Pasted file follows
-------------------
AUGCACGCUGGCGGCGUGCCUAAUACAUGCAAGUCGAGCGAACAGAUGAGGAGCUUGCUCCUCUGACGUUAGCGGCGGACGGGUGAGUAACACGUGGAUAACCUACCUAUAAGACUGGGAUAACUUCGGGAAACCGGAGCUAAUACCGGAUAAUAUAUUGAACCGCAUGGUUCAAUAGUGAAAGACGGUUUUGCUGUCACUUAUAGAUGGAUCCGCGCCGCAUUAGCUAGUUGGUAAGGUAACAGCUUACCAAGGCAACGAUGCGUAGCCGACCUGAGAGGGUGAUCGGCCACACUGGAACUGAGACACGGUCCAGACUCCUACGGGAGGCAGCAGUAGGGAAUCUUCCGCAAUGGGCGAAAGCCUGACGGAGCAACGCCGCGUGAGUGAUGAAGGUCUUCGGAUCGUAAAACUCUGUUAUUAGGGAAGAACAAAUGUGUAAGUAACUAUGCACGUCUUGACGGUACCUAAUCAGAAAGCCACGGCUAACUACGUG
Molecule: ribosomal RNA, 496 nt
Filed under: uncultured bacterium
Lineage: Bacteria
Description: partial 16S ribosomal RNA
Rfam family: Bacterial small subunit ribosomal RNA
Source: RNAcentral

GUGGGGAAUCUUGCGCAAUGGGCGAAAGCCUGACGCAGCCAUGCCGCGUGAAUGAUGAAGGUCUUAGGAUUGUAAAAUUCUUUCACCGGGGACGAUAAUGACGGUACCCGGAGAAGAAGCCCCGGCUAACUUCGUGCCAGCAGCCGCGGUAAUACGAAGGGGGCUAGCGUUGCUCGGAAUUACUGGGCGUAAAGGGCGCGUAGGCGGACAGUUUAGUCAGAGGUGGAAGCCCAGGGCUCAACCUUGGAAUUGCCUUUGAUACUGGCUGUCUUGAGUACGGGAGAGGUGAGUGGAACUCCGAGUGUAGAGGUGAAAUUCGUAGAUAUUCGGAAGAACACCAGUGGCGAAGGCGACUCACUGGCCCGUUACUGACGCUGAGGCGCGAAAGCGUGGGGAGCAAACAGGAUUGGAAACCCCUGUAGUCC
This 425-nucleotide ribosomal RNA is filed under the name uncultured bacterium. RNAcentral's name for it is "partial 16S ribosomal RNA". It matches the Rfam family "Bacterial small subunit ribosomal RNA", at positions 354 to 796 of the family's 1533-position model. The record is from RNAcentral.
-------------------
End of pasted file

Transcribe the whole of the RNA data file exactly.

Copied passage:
AUGCACGCUGGCGGCGUGCCUAAUACAUGCAAGUCGAGCGAACAGAUGAGGAGCUUGCUCCUCUGACGUUAGCGGCGGACGGGUGAGUAACACGUGGAUAACCUACCUAUAAGACUGGGAUAACUUCGGGAAACCGGAGCUAAUACCGGAUAAUAUAUUGAACCGCAUGGUUCAAUAGUGAAAGACGGUUUUGCUGUCACUUAUAGAUGGAUCCGCGCCGCAUUAGCUAGUUGGUAAGGUAACAGCUUACCAAGGCAACGAUGCGUAGCCGACCUGAGAGGGUGAUCGGCCACACUGGAACUGAGACACGGUCCAGACUCCUACGGGAGGCAGCAGUAGGGAAUCUUCCGCAAUGGGCGAAAGCCUGACGGAGCAACGCCGCGUGAGUGAUGAAGGUCUUCGGAUCGUAAAACUCUGUUAUUAGGGAAGAACAAAUGUGUAAGUAACUAUGCACGUCUUGACGGUACCUAAUCAGAAAGCCACGGCUAACUACGUG
Molecule: ribosomal RNA, 496 nt
Filed under: uncultured bacterium
Lineage: Bacteria
Description: partial 16S ribosomal RNA
Rfam family: Bacterial small subunit ribosomal RNA
Source: RNAcentral

GUGGGGAAUCUUGCGCAAUGGGCGAAAGCCUGACGCAGCCAUGCCGCGUGAAUGAUGAAGGUCUUAGGAUUGUAAAAUUCUUUCACCGGGGACGAUAAUGACGGUACCCGGAGAAGAAGCCCCGGCUAACUUCGUGCCAGCAGCCGCGGUAAUACGAAGGGGGCUAGCGUUGCUCGGAAUUACUGGGCGUAAAGGGCGCGUAGGCGGACAGUUUAGUCAGAGGUGGAAGCCCAGGGCUCAACCUUGGAAUUGCCUUUGAUACUGGCUGUCUUGAGUACGGGAGAGGUGAGUGGAACUCCGAGUGUAGAGGUGAAAUUCGUAGAUAUUCGGAAGAACACCAGUGGCGAAGGCGACUCACUGGCCCGUUACUGACGCUGAGGCGCGAAAGCGUGGGGAGCAAACAGGAUUGGAAACCCCUGUAGUCC
This 425-nucleotide ribosomal RNA is filed under the name uncultured bacterium. RNAcentral's name for it is "partial 16S ribosomal RNA". It matches the Rfam family "Bacterial small subunit ribosomal RNA", at positions 354 to 796 of the family's 1533-position model. The record is from RNAcentral.